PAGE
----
The economy always has and always will have its ups and downs. It’s easy to coast through the good times, but how do you come out of the tough times unscathed?
- Talk it over. Sit down with every member of your household and go over your finances.
- How you resolve and differences in your approach to money will have a profound effect on your relationship’s chances of succeeding: Take a Healthy Approach to Finances in Your Relationship
- Now is the perfect time to set an example of your children, and show them how a family can pull together during tough times and everyone can chip in: Teach Your Child About Budgeting and Get Adult Kids to Pay Their Share
- Set financial goals. Focus on paying off debt and saving an emergency fund. If you don’t already have you an adequate emergency fund set aside, specify a goal for how much money you want to add to it every month, and put an equal amount towards paying off your highest interest debt. Pay yourself first.
- While normally, it’s recommended that a two-income couple keep three months’ worth of expenses in an emergency fund, during a downturn the recommended time is six months instead, especially if you’re in an industry that gets hit hard by a recession (construction, financial services, food) and if you’re a one-income family. If you’re self-employed, you should set aside up to a year’s worth of expenses.
- Cut costs. There are a number of ways to reduce expenses.
- Cut discretionary spending. Buy nothing. Resist sales pitches. Don’t even think about using that new credit card offer in the mail, even if it does have a low APR and no payments for two years–evaluate it carefully. When you do need to buy things, haggle. But this is a good time, overall, to determine the difference between what you want and what you need, and reconsider your values – is your current standard of living really worth hanging onto?
- Transportation – Carpool as much as you can. Consider commuting by bicycle or even living without a car. But if that’s not practical, look for ways to save money on gas, even if it means hypermiling.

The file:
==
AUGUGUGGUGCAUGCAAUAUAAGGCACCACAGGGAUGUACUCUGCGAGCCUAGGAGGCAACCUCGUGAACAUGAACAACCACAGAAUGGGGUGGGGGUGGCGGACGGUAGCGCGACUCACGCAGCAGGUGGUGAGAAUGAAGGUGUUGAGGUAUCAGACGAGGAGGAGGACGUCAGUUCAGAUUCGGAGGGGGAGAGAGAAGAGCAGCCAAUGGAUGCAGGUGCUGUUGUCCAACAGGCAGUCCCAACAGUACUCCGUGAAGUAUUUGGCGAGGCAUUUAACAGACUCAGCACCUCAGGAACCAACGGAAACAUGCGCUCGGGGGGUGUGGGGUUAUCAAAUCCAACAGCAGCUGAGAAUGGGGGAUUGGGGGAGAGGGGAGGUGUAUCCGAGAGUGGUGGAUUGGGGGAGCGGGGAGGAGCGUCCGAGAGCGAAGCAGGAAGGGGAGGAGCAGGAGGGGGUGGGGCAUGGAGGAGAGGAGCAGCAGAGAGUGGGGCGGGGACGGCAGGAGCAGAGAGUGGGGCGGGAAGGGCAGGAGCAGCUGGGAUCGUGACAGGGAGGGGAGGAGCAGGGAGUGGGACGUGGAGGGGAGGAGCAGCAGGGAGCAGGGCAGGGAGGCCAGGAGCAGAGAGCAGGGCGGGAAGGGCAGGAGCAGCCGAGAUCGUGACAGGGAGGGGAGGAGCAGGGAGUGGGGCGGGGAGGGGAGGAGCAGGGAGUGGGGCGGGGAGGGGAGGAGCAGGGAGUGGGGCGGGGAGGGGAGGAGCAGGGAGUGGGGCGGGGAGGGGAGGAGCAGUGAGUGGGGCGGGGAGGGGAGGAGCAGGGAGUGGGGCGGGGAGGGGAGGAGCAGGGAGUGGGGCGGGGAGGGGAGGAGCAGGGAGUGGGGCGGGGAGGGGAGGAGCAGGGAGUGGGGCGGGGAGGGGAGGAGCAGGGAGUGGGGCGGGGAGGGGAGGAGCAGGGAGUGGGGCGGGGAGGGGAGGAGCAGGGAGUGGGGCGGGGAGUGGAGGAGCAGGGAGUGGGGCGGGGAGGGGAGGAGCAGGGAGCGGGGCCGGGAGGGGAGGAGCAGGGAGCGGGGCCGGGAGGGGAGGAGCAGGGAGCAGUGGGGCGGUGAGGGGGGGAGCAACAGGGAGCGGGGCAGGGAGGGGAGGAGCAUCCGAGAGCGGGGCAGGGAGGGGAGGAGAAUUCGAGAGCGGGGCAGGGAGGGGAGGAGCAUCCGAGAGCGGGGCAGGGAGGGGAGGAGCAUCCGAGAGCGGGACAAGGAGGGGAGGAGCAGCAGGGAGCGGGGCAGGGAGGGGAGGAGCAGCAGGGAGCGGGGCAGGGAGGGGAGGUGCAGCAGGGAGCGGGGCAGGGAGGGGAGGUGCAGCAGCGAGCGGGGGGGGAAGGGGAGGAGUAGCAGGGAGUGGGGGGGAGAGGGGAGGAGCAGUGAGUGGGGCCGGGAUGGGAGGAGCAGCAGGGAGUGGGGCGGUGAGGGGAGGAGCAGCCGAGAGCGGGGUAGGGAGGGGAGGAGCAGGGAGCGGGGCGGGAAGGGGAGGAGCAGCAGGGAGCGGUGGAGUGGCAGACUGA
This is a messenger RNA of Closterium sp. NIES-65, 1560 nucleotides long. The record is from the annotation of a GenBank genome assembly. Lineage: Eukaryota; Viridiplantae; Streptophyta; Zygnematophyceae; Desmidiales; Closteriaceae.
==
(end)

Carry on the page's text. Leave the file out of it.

- Housing – Get a roommate or consider relocating to an area with a lower cost of living. Maybe you can move in with family members until the economic downturn blows over. Keeping the peace in a multigenerational household isn’t always easy, but it has its own rewards.
- Food – Stop going out to eat; instead, try to cook at home from scratch more often. Consider the benefits of the slow food movement. If you don’t have enough time to cook, try doing it just once a month. Find good deals at a local farmers’ market.
- Keep the money flowing in.
- If you have a job, be an amazing employee. Now is not the time to slack. Show up early, stay late, and volunteer for projects. Pick up the slack for other workers; it’s what will happen when people get laid off, anyway, so now is the time to prove yourself. Look for ways to save your employer money, especially if you see your employer doing little things to that effect, like encouraging employees to turn of their computers. Try to quantify your efforts in terms of how you’ve raised profits and cut costs. Start networking so that in case you still get laid off, you have a safety net of contacts who might be able to help.
- If you own a business, develop a risk management plan if you haven’t already. Find ways to reduce expenses, e.g. Virtualize Your Workforce. Improve Service Quality at Your Business so that budget-strapped customers will want to use your products or services through tough times.
- If you don’t have a job, find other ways to make money fast. Focus on cutting your expenses, as described in the previous step, and consider volunteering; if you’ve got the spare time, there are organizations that will need your help, and you could establish good karma in your community.
- Enjoy life. In order to avoid recession depression, don’t let fear control you; an intense feeling of paranoia can make you an inflexible employee and also strain your relationships. Be thankful for what you have, and make sure to have fun. Instead of not taking a family vacation, for example, take a Staycation or Exchange Your Home for Free Vacation Accommodation instead; invite your family to think of creative ways to save money without skimping on happiness. Accept difficult times as a challenge for your fortitude and adaptability.
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